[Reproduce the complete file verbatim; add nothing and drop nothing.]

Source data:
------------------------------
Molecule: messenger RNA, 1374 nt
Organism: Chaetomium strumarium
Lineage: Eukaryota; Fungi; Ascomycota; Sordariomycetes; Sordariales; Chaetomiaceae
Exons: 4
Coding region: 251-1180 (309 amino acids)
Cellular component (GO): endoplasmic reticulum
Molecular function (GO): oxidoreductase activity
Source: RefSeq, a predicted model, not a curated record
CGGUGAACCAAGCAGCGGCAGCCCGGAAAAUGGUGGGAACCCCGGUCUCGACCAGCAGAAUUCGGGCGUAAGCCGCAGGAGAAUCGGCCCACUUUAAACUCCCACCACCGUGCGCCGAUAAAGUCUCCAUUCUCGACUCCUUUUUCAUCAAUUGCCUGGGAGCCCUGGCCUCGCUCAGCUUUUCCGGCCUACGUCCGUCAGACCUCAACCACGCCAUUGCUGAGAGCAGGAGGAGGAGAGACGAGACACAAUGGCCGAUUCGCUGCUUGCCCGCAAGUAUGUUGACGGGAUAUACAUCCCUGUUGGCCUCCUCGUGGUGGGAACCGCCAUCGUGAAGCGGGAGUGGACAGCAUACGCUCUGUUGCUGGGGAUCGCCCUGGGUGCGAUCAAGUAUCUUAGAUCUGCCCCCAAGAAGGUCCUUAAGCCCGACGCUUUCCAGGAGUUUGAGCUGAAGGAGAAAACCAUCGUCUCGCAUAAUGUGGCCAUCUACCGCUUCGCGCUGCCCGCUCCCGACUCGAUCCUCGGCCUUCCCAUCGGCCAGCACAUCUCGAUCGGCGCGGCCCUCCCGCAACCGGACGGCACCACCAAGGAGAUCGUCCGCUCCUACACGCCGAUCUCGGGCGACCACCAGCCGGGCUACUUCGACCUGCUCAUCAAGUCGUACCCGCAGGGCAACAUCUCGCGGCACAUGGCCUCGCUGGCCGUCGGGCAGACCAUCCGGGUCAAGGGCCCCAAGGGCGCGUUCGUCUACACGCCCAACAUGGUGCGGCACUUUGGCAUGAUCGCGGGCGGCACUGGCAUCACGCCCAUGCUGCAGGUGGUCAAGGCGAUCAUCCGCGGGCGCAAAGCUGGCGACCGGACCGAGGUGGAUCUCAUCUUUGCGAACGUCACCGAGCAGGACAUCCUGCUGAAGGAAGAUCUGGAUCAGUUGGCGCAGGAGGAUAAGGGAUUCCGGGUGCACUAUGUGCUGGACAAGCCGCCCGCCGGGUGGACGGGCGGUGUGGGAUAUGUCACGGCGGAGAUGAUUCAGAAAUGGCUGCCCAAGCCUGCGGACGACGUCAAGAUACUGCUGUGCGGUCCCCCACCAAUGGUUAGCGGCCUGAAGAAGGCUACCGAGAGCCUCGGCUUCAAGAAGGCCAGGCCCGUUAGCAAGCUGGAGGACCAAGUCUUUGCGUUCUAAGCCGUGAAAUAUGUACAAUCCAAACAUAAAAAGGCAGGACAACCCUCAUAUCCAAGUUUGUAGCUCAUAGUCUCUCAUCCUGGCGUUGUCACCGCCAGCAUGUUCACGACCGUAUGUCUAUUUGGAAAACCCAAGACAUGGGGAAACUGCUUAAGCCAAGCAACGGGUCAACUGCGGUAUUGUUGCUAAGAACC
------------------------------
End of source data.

Molecule: messenger RNA, 1374 nt
Organism: Chaetomium strumarium
Lineage: Eukaryota; Fungi; Ascomycota; Sordariomycetes; Sordariales; Chaetomiaceae
Exons: 4
Coding region: 251-1180 (309 amino acids)
Cellular component (GO): endoplasmic reticulum
Molecular function (GO): oxidoreductase activity
Source: RefSeq, a predicted model, not a curated record
CGGUGAACCAAGCAGCGGCAGCCCGGAAAAUGGUGGGAACCCCGGUCUCGACCAGCAGAAUUCGGGCGUAAGCCGCAGGAGAAUCGGCCCACUUUAAACUCCCACCACCGUGCGCCGAUAAAGUCUCCAUUCUCGACUCCUUUUUCAUCAAUUGCCUGGGAGCCCUGGCCUCGCUCAGCUUUUCCGGCCUACGUCCGUCAGACCUCAACCACGCCAUUGCUGAGAGCAGGAGGAGGAGAGACGAGACACAAUGGCCGAUUCGCUGCUUGCCCGCAAGUAUGUUGACGGGAUAUACAUCCCUGUUGGCCUCCUCGUGGUGGGAACCGCCAUCGUGAAGCGGGAGUGGACAGCAUACGCUCUGUUGCUGGGGAUCGCCCUGGGUGCGAUCAAGUAUCUUAGAUCUGCCCCCAAGAAGGUCCUUAAGCCCGACGCUUUCCAGGAGUUUGAGCUGAAGGAGAAAACCAUCGUCUCGCAUAAUGUGGCCAUCUACCGCUUCGCGCUGCCCGCUCCCGACUCGAUCCUCGGCCUUCCCAUCGGCCAGCACAUCUCGAUCGGCGCGGCCCUCCCGCAACCGGACGGCACCACCAAGGAGAUCGUCCGCUCCUACACGCCGAUCUCGGGCGACCACCAGCCGGGCUACUUCGACCUGCUCAUCAAGUCGUACCCGCAGGGCAACAUCUCGCGGCACAUGGCCUCGCUGGCCGUCGGGCAGACCAUCCGGGUCAAGGGCCCCAAGGGCGCGUUCGUCUACACGCCCAACAUGGUGCGGCACUUUGGCAUGAUCGCGGGCGGCACUGGCAUCACGCCCAUGCUGCAGGUGGUCAAGGCGAUCAUCCGCGGGCGCAAAGCUGGCGACCGGACCGAGGUGGAUCUCAUCUUUGCGAACGUCACCGAGCAGGACAUCCUGCUGAAGGAAGAUCUGGAUCAGUUGGCGCAGGAGGAUAAGGGAUUCCGGGUGCACUAUGUGCUGGACAAGCCGCCCGCCGGGUGGACGGGCGGUGUGGGAUAUGUCACGGCGGAGAUGAUUCAGAAAUGGCUGCCCAAGCCUGCGGACGACGUCAAGAUACUGCUGUGCGGUCCCCCACCAAUGGUUAGCGGCCUGAAGAAGGCUACCGAGAGCCUCGGCUUCAAGAAGGCCAGGCCCGUUAGCAAGCUGGAGGACCAAGUCUUUGCGUUCUAAGCCGUGAAAUAUGUACAAUCCAAACAUAAAAAGGCAGGACAACCCUCAUAUCCAAGUUUGUAGCUCAUAGUCUCUCAUCCUGGCGUUGUCACCGCCAGCAUGUUCACGACCGUAUGUCUAUUUGGAAAACCCAAGACAUGGGGAAACUGCUUAAGCCAAGCAACGGGUCAACUGCGGUAUUGUUGCUAAGAACC